March 6, 2014
One of the joys of my job is the privilege to interact with people from all walks of life in the community. It's during this time that I'm faced with the disheartening reality that many in the city we serve to "eliminate racism and empower women" are not only unfamiliar the YWCA, but are also void of the knowledge of the wonderful works of so many women across our country. It's time for a movement.
Not one to shy away from truth, I'll admit that, at one time, I was like so many who are unaware of the need to be aware of the impact of women. I too had little knowledge of the amazing, history-making stories of everyday women who made a difference. Not until connecting with the YWCA in 1997 did I embark on a path leading to my blossoming understanding of the purpose and power of our collective history as women.
As a young girl growing up in the western section of Birmingham, I was reared by a self-proclaimed history buff and prided myself on appreciating and celebrating history, particularly relating to the plights of minorities and the poor. I was taught to hear, honor and respectfully handle the story of every person because each of us will one day be, or make history. And still, there was not much connection in my mind concerning the role of women in history. I needed a movement.
Prior to the late 1970s, women's history in K-12 school curriculums was virtually non-existent. I'm a child of the 70s, therefore, I didn't know that the journey to Women's History Month started in 1978 with momentum built by the Education Task Force of Sonoma County, California establishing "Women's History Week.” I didn't know that President Jimmy Carter declared the week of March 8, 1980, as "National Women's History Week.” I certainly didn't know that these efforts finally concluded with Congress declaring March as National Women's History Month in 1987. They made a movement.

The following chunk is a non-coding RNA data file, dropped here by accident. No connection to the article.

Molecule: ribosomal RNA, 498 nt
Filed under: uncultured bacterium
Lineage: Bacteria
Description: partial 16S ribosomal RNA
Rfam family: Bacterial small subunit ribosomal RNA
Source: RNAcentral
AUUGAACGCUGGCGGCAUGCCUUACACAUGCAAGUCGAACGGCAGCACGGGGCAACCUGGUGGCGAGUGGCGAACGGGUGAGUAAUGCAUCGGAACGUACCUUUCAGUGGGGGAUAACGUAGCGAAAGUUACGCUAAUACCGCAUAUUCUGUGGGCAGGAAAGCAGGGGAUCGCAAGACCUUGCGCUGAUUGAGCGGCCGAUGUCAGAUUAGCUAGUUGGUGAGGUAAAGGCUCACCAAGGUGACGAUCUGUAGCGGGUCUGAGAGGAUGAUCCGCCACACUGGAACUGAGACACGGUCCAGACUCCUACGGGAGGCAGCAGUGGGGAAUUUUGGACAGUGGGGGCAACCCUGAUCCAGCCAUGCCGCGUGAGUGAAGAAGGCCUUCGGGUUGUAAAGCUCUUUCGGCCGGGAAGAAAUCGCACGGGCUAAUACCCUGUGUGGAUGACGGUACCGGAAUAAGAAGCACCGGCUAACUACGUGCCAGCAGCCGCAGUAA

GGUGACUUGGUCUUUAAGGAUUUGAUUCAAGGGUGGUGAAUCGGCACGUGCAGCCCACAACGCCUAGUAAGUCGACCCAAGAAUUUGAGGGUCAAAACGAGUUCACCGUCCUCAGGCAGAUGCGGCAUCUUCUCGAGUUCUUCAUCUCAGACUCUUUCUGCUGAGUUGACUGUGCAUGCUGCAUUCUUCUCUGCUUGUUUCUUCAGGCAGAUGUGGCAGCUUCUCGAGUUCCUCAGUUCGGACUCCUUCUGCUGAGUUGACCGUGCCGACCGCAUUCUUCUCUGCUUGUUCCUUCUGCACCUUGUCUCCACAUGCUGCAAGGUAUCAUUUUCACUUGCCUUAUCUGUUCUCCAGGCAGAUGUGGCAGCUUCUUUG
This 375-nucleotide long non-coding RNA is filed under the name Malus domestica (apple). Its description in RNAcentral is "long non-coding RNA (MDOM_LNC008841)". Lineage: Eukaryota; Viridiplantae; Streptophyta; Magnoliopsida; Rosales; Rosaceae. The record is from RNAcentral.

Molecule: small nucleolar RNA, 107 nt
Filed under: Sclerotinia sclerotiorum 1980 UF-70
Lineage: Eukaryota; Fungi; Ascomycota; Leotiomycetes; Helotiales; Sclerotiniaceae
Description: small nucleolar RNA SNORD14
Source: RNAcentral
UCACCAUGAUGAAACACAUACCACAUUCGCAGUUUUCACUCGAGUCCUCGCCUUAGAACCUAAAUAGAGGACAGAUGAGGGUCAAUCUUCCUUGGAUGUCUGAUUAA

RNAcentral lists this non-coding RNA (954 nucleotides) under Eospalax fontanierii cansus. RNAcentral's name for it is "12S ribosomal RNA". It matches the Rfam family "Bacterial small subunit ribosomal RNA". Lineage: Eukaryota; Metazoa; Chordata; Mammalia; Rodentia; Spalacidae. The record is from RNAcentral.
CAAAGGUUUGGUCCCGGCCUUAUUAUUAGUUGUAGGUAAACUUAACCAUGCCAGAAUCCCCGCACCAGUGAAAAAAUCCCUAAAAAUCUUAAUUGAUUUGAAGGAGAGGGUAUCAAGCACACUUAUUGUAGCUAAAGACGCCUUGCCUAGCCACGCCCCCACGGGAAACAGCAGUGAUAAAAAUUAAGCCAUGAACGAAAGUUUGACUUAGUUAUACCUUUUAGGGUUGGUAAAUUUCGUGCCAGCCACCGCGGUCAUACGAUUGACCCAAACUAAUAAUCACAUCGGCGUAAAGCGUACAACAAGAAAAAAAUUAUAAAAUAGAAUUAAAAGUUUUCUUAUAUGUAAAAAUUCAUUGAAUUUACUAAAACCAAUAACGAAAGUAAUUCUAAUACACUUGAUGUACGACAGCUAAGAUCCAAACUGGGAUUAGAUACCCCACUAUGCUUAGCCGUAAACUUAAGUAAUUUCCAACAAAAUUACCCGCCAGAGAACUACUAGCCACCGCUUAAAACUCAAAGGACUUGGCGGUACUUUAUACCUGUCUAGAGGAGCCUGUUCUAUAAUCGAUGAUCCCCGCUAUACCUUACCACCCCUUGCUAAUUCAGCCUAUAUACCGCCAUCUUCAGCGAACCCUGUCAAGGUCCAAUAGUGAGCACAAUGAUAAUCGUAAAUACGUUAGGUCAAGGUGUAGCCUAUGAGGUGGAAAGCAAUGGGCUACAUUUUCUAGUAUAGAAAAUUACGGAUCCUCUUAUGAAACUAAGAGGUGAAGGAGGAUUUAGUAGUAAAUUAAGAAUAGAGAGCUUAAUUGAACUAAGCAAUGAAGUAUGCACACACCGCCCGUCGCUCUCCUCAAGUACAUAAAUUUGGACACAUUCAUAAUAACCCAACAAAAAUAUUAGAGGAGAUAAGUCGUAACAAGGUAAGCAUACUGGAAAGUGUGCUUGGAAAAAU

Like the events that started in Sonoma County, women's history deserves movement, not just a month. Women's history should be something each of us strategically explores in honor of those whose lives were lived to make history. Women's history should be something we aim to understand even as it challenges us to look outside the paradigm of our previously existing understanding. Women's history should be something we thoughtfully seek to speak on behalf of the varying voices of women and girls. Women's history should be something we declare to make and help others make, because we all are history makers. We are the movement.
Until the world knows the works of Yolanda Sullivan and Lucy Stone we need a movement. Until the world celebrates the legacies of Suzanne Durham and Abigail Duniway we need a movement. Until the world readily recognizes Sally Ride, Alice Paul, Septima Clark, Hydeia Broadbent, Elizabeth Blackwell, Clara Barton, Vonetta Flowers, Maybelle Sloss, Mary Kay Ash, Hattie Wyatt Caraway and Janet Yellen we need a movement. Until a little girl in Woodlawn knows that this grown girl from West End respects her plight and acknowledges her purpose we need a movement.
The views expressed in this blog are the personal opinions of the authors and do not necessarily reflect those of the YWCA Central Alabama. The intention of this blog is to provide information and perspectives on social justice issues; however, the YWCA makes no representations as to the accuracy or completeness of any information on this site or found by following any link on this site. The YWCA will not be held liable for any errors or omissions in this information or for any losses, injuries or damages incurred from the display or use of this information. This policy is subject to change at any time.